O2 Academy, Bristol

It is clear from the outset that tonight’s crowd is going to be treated to a diverse set from Foals, with new heavier tracks to showcase alongside their back-catalogue of bubbly indie-pop. ‘Holy Fire’, the Oxford quintet’s third album to date has revealed a murkier, stinky reinvention, unleashing dirty riffs and haunting vocals. 

With the bass drone growling, the band stride on stage individually, with Yannis appearing from the blue-lit haze at 21:16 shouting “whassup Bristol”, wearing what appears to be a Virgin Mary embellished t-shirt, religious imagery in which ‘Holy Fire’ denotes. Opening with the instrumental ‘Prelude’, the crescendo-kings build up to a complex, blustering conclusion, in which point the sold-out crowd is energised, moshing begins and individuals are hurled out from the chaos by security. The crowd becomes vocal when ‘Olympic Airways’ follows, chanting “diss-a-ppear” , orchestrated by drummer Jack Bevan climbing up on his seat waving his drum sticks in the air to each syllable.  ‘My Number’ gets the loudest cheer so far. From the first hook Yannis and the crowd simultaneously coo “ooooh oh-oh-oh”.  After a tropical adaptation of ‘Miami’ followed by ‘Blue Blood’, the quintet gives an exclusive, slightly uneasy live premier of ‘Bad Habit’. Guitarist Jimmy Smith concentrates deeply on his chords, failing to acknowledge Yannis’ attempt to jam with him…awkward. Encouragingly the crowd recites the lyrics and seems to appreciate the exclusive.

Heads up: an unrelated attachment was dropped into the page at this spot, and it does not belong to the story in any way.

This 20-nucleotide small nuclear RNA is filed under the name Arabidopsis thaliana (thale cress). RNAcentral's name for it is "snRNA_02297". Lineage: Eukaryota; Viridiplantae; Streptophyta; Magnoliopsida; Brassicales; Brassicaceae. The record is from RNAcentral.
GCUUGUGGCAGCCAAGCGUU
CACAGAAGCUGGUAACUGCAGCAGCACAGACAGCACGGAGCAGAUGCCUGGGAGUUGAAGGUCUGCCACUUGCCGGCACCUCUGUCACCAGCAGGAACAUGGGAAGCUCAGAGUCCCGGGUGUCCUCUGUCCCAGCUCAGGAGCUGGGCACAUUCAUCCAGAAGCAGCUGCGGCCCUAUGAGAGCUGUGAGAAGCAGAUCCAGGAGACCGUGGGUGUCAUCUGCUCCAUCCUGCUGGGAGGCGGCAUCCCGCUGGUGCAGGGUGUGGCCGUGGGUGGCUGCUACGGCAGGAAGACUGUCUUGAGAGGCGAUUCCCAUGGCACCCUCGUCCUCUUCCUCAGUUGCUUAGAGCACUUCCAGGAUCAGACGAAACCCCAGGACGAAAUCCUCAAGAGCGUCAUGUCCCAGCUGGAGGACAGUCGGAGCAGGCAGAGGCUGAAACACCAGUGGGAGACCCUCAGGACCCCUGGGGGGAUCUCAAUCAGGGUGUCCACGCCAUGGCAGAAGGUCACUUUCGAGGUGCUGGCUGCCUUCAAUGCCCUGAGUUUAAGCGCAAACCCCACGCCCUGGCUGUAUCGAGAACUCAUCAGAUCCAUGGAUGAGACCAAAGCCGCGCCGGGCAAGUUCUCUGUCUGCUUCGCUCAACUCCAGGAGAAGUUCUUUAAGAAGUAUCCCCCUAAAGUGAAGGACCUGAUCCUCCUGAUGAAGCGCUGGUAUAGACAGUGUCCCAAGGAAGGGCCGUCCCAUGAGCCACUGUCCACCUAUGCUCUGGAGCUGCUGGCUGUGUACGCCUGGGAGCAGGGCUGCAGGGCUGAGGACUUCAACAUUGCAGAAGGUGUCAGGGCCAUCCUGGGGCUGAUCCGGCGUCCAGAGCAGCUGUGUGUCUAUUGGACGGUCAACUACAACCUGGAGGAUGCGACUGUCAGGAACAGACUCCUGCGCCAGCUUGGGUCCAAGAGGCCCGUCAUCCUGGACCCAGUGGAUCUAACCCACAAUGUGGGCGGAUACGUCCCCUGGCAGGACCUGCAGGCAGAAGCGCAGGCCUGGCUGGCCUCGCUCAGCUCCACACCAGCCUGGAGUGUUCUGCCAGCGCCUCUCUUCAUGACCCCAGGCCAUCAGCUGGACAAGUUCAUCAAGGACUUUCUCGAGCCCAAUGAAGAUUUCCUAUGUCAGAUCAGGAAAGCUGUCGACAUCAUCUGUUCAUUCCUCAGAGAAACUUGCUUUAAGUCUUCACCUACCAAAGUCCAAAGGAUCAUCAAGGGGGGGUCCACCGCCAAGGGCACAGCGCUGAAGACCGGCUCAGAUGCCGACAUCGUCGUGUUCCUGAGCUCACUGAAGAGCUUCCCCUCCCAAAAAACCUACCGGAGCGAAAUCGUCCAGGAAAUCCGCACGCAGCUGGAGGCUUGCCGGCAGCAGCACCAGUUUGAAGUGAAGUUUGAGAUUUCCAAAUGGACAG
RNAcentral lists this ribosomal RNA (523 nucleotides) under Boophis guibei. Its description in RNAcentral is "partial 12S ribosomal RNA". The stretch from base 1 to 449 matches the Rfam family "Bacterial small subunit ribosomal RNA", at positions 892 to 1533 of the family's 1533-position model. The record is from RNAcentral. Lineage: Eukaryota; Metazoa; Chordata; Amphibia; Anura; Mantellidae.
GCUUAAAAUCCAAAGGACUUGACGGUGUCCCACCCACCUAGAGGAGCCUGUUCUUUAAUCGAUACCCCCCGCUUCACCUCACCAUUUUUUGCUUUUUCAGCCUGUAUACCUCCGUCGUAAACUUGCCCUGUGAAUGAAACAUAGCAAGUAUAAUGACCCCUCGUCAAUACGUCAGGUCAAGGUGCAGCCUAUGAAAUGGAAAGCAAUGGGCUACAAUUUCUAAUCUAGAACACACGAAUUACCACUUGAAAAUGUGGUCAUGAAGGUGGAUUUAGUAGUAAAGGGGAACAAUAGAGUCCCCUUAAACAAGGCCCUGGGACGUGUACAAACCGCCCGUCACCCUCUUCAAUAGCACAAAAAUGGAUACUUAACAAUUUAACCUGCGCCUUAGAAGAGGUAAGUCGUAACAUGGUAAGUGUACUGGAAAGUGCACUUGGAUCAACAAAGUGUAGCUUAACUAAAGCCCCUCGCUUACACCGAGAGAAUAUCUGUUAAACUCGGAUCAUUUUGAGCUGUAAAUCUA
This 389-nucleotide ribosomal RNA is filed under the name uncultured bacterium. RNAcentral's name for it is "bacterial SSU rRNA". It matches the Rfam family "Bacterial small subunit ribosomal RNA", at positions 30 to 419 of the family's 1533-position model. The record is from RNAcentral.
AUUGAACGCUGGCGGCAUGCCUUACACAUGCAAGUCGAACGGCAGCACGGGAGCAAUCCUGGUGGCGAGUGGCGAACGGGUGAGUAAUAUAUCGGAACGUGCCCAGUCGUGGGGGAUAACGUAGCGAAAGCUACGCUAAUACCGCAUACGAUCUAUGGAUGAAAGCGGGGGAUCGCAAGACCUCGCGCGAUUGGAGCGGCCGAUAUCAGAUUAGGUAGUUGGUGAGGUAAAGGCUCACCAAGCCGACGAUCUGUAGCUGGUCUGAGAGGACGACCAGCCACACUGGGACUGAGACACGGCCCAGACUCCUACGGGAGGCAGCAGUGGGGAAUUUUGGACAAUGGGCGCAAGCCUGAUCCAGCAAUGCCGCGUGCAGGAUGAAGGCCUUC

The refined blend of guitar and strings and mysterious oval projections screened throughout ‘Milk and Spiders’ and ‘Late Night’ lift us to a holy place where Yannis’ painful vocals cut through the muggy air. With sweat dripping from the heavens of the O2 Academy’s ceiling, the performances leave a much-desired shiver down the spine. Barely able to catch our breath, the diversity between the second and third album is highlighted as we are propelled straight into the cooling, soothing ‘Spanish Sahara’. The awe-inspiring laser lighting pulses with the constant drum beat, giving the performance its own heartbeat we can see and feel, before the fan favourite detonates into ecstasy. Continuing the descending journey through previous albums we close on Antidote’s finest ‘Red Socks Pugie’ and ‘Electric Bloom’. The crowd bops and moshes to the nostalgic indie-pop sounds, with Yannis busting some cheeky dance moves, a stark contrast to the erratic unpredictable stage dives and guitar-smashing of ‘Providence’. 

All band members walk off looking smug whilst splashing water over the dehydrated crowd. The anticipation for ‘Inhaler’ that has slowly built throughout the set reaches boiling point, the crowd stomping and predictably chanting “WE WANT FOALS”.  The band reappears before Yannis yells “Here it fucking is”. The crowd erupts to the magnitude of ‘Inhaler’s’ filthy riffs. ‘Two Steps, Twice’ closes the show with support band The Invisible joining on stage, assisting with percussion. ‘Inhaler’ seems the logical choice for the finale given its popularity and crowd reception throughout the tour. However closing with ‘Two Steps, Twice’ highlights their passion for ever-changing dynamics which defines their track lists and set lists. It provided a dramatic close to the show ending with a deafening crescendo. Perhaps less dramatic though than my own exit from the gig, having to run out to be sick after getting heat exhaustion, (quick shout out to the stand-by paramedics!).

After tonight’s spellbinding performance, consisting of raw energy and immense noise, the upper echelons of rock ‘n’ roll may need to make way for a band on the cusp of arena-filling success.

Words: Katrina Rose

AuthorDuncan Harrison